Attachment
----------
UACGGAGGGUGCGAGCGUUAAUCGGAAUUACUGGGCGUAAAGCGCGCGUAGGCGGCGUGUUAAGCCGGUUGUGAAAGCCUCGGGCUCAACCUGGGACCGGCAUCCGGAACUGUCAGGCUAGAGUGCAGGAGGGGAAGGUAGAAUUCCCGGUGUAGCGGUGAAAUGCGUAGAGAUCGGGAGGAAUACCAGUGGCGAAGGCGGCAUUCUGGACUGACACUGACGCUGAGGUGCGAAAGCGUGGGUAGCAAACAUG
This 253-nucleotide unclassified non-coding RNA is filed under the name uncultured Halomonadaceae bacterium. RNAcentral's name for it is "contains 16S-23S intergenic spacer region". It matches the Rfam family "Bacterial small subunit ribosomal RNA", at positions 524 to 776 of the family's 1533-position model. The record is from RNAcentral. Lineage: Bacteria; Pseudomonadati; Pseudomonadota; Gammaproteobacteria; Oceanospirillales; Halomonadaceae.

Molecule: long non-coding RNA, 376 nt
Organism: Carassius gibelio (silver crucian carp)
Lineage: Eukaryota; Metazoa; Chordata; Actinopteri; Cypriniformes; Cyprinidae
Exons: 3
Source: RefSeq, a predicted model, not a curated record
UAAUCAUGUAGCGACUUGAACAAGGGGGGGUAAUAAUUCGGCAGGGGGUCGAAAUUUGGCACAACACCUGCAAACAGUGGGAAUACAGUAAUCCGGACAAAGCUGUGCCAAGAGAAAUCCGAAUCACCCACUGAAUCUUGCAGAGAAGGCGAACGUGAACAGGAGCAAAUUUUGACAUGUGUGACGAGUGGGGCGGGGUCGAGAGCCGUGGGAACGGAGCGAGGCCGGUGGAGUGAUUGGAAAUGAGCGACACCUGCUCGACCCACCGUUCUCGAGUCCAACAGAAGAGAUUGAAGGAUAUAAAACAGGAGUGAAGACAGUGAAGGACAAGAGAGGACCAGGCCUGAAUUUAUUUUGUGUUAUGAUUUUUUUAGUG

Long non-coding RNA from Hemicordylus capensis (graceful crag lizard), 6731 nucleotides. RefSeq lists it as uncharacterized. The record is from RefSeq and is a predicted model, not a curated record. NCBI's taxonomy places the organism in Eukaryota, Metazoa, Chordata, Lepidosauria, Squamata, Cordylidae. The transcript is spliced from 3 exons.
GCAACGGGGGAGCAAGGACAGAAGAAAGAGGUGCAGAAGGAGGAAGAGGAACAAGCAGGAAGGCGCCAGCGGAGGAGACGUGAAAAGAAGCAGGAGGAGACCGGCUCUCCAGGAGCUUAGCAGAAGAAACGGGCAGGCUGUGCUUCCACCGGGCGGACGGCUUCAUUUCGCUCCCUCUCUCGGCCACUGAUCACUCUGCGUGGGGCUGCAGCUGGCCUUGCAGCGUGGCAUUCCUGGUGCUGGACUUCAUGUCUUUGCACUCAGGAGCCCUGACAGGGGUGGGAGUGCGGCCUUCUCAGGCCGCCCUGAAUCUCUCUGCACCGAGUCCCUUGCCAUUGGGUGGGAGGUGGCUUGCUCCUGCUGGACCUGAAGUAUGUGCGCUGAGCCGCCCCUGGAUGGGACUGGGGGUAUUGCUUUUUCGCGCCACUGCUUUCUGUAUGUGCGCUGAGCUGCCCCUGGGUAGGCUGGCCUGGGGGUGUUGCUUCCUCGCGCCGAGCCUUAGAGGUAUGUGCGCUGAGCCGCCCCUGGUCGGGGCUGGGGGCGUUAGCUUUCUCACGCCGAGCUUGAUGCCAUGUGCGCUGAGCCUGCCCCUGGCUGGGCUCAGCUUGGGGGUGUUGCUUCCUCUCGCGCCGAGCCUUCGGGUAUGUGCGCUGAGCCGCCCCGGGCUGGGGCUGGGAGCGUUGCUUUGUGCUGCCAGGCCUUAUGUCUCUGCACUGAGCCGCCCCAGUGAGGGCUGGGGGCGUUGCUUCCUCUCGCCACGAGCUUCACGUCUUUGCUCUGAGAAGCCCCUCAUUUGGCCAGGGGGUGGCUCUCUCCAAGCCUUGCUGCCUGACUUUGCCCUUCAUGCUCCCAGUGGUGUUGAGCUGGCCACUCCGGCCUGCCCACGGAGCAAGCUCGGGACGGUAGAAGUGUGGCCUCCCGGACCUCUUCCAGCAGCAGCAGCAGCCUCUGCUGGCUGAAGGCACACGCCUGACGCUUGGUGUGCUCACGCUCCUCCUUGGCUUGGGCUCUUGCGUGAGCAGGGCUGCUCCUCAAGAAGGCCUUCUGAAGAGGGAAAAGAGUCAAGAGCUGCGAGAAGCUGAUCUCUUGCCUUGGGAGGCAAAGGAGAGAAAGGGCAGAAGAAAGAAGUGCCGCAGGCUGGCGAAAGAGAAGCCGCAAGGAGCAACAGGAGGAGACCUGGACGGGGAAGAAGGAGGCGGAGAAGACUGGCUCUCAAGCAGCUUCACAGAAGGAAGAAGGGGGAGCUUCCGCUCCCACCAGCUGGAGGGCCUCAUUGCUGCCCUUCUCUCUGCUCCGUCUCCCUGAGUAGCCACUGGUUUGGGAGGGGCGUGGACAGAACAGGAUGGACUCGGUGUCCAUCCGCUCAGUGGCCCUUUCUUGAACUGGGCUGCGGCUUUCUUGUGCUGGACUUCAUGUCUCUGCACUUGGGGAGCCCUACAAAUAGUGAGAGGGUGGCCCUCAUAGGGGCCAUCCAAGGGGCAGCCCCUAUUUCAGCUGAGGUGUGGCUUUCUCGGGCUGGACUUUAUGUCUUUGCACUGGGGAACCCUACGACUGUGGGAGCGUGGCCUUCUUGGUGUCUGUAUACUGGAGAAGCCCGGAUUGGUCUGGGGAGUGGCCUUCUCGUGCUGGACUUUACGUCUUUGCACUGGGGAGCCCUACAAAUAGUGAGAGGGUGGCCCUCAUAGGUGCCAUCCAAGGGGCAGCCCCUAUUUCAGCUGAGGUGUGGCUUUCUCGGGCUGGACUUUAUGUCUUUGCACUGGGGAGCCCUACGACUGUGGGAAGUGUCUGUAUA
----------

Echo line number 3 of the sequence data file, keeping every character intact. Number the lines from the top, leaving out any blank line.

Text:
Molecule: long non-coding RNA, 376 nt